CBS has owned the rights to the Masters through a series of one-year contracts since 1956. Terms of the TV rights fees have never been released by the company or Augusta National. In '98, CBS reportedly paid $5 million for TV's highest-rated golf tournament, and sources said that amount likely has at least doubled since then. CBS reportedly will not pay a rights fee for the tournament this year in exchange for no sponsors.

 

CBS Sports spokeswoman LeslieAnne Wade declined to comment yesterday. A spokesman for Augusta National declined comment on Burk's remarks, and said Johnson also would not comment, other than his Friday statement.

 

Wade told the Chicago Tribune on Friday that "the tournament is the most watched event in golf. It is covered by every major media outlet in the world. We will again provide coverage of the tournament."

 

Burk said yesterday she sent letters to the four main sponsors four weeks ago but never set a deadline for their response. She said before Johnson's Friday announcement she had received what she described as letters containing "positive vibes" from Coca-Cola and Cadillac about reconsidering their sponsorships.

 

"IBM responded by trying to make a case that the club and the tournament are separate, but obviously they are not," Burk said, adding that she responded by reminding the company of its strong stand on discrimination in membership policies concerning African Americans at all-white Shoal Creek in Alabama before the 1990 PGA Championship. Shoal Creek eventually admitted minority members before the tournament began.

 

"They [iBM] said then that they didn't want to sponsor, even indirectly, anything to do with a discriminatory policy," she said. "They did the right thing. . . . I asked them if their policy has since changed, or was it different for sex and race, and how do you handle it in your corporate code of conduct? Citigroup sent a noncommittal letter that they were in dialogue with the club and believed that was the best course of action."

 

Citigroup Chairman Sanford I. Weill is a member of Augusta National.

 

Burk said Johnson's decision to announce the sponsorship matter late Friday afternoon on a three-day holiday weekend also was a calculated move designed to attract minimal media attention.

 

"Hootie would like to shut us down and make us go away, but that will not happen," she said. "It was just an astounding statement about what they're willing to pay to discriminate against women. Do I think Hootie would ever say there might not be a Masters next year? He's a loose cannon. Who would have predicted his first statement in response to my initial letter? No, we have not talked. He sent me a letter in June saying 'I'm not going to talk to you.' "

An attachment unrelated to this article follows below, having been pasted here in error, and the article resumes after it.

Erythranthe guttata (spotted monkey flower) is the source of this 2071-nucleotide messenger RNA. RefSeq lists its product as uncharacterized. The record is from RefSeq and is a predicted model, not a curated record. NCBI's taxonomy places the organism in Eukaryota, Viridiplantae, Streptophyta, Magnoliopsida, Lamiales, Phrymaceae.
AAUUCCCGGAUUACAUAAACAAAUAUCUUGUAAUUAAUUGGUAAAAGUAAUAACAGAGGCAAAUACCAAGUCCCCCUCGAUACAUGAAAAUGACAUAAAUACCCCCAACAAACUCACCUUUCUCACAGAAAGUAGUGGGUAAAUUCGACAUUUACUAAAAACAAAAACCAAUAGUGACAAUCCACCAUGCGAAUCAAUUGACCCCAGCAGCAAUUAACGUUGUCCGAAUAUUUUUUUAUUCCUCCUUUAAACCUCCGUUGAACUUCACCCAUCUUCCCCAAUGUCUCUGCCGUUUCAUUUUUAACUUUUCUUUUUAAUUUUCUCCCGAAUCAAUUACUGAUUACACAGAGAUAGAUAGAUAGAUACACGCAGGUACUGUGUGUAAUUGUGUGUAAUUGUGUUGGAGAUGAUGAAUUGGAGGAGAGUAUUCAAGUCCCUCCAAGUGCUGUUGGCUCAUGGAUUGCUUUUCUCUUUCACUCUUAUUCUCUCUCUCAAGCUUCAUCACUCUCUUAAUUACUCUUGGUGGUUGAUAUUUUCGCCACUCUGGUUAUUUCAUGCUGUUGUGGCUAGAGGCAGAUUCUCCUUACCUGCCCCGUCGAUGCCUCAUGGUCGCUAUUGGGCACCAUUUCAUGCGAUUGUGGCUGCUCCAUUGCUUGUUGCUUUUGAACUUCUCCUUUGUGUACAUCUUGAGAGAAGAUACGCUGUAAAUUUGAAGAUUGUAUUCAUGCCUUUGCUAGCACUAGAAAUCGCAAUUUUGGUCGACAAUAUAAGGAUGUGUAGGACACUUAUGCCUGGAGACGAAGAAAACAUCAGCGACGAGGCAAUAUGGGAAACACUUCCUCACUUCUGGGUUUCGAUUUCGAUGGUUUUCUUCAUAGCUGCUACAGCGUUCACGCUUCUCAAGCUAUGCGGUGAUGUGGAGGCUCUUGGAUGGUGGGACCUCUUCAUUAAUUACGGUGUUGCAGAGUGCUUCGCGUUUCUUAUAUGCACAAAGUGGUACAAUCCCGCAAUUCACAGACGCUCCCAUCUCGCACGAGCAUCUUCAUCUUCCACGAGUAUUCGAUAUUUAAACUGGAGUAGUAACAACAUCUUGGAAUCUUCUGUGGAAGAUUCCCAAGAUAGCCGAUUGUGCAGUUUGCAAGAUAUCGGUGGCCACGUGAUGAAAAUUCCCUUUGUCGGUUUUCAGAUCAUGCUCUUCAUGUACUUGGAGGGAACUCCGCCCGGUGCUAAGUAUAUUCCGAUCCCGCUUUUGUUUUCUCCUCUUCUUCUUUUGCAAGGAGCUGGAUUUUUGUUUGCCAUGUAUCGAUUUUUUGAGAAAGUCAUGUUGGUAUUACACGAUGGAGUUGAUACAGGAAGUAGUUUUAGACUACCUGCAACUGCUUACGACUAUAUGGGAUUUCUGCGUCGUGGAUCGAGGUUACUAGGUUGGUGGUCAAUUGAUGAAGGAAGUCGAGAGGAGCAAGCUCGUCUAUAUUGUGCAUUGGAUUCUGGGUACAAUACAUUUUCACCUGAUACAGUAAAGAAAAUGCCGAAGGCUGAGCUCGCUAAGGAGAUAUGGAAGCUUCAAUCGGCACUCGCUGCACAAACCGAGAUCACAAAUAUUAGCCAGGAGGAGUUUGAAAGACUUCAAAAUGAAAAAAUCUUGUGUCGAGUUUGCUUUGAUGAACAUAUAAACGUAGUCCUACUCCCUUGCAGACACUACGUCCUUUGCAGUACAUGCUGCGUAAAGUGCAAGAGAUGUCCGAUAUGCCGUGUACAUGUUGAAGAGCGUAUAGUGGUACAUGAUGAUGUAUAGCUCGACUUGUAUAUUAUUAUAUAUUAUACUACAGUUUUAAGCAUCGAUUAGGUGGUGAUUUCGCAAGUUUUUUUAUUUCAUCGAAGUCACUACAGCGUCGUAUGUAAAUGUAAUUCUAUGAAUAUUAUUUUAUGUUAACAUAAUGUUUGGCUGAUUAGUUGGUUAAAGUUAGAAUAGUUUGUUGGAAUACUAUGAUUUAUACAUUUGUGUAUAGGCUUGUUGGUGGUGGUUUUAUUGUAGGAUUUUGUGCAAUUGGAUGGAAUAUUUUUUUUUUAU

© 2002 The Washington Post Company

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ithink they should just shoot all golfers in the head. golf isnt good enough for people to being paying those guys that much, no actually they should get payed they work hard but i just dont like golf, now miniture golf is a whole different subject.

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if chicks want to be treated as equal on the golf course they should play off the same markers as the men do..

 

nah i'm joking..right ??

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Guest illwill

it is a private club, its like night clubs that wont let you in because of the clothes your wearing. it sucks but thats how it is. id be great if they let women in their but they dont have too. why dont they let women in the mens room? because they have a restroom for women. thats how this is. they arent going to let women in that course because the women have a course of their own.

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Guest socrates

Old gay white men like to hang out togather alone....

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i was listening to some of that today too. what i could gather from that is the president of Augusta didn't want to be pushed around by a "militant feminist group" ,to quote the radio guy, and that they have "every right to have a private club", which from my understanding of the american constution (by the way i'm canadian) they have every right to do.

 

the host was aslo saying that he believes that this group represents a minority of women that believe that everything should be 100% equal, while the majority of women believe that clubs like that aren't anti- woman, they just want to have a boys club

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Originally posted by Fred Quimby

now miniture golf is a whole different subject.

 

'par 3! how the fuck is this hole par 3! goddamnit!' (throws club at green)

 

thats me everytime i go mini golfing